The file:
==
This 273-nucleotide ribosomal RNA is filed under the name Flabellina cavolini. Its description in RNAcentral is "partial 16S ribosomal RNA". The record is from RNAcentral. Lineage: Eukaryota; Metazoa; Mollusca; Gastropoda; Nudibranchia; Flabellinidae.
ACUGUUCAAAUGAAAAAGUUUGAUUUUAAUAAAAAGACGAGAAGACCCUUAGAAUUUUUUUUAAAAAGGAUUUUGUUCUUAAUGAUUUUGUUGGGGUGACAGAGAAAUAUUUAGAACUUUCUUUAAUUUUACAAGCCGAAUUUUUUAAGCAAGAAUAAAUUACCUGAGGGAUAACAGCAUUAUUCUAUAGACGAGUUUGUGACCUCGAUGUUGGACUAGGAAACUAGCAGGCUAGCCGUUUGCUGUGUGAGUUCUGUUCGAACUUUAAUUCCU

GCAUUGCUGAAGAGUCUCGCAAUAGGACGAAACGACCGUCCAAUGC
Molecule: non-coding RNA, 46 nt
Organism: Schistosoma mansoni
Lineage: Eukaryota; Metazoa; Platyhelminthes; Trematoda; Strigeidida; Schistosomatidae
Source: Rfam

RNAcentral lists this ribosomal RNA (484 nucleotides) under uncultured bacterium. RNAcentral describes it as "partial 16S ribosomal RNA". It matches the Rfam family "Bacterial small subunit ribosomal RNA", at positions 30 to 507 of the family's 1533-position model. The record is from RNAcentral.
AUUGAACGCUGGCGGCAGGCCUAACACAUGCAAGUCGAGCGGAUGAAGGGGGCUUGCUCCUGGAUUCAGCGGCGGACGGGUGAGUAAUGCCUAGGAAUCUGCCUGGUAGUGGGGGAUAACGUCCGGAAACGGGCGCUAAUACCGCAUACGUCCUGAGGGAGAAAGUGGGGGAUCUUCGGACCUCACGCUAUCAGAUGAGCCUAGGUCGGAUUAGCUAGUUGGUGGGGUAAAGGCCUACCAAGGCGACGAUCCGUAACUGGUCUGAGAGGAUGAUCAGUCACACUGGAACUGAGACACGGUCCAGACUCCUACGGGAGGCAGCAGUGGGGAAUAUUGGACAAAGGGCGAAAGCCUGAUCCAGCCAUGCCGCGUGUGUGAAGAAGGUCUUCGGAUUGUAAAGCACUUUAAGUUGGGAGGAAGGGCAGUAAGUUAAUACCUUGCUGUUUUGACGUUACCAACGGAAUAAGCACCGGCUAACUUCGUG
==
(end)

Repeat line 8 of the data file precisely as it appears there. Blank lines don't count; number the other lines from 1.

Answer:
RNAcentral lists this ribosomal RNA (484 nucleotides) under uncultured bacterium. RNAcentral describes it as "partial 16S ribosomal RNA". It matches the Rfam family "Bacterial small subunit ribosomal RNA", at positions 30 to 507 of the family's 1533-position model. The record is from RNAcentral.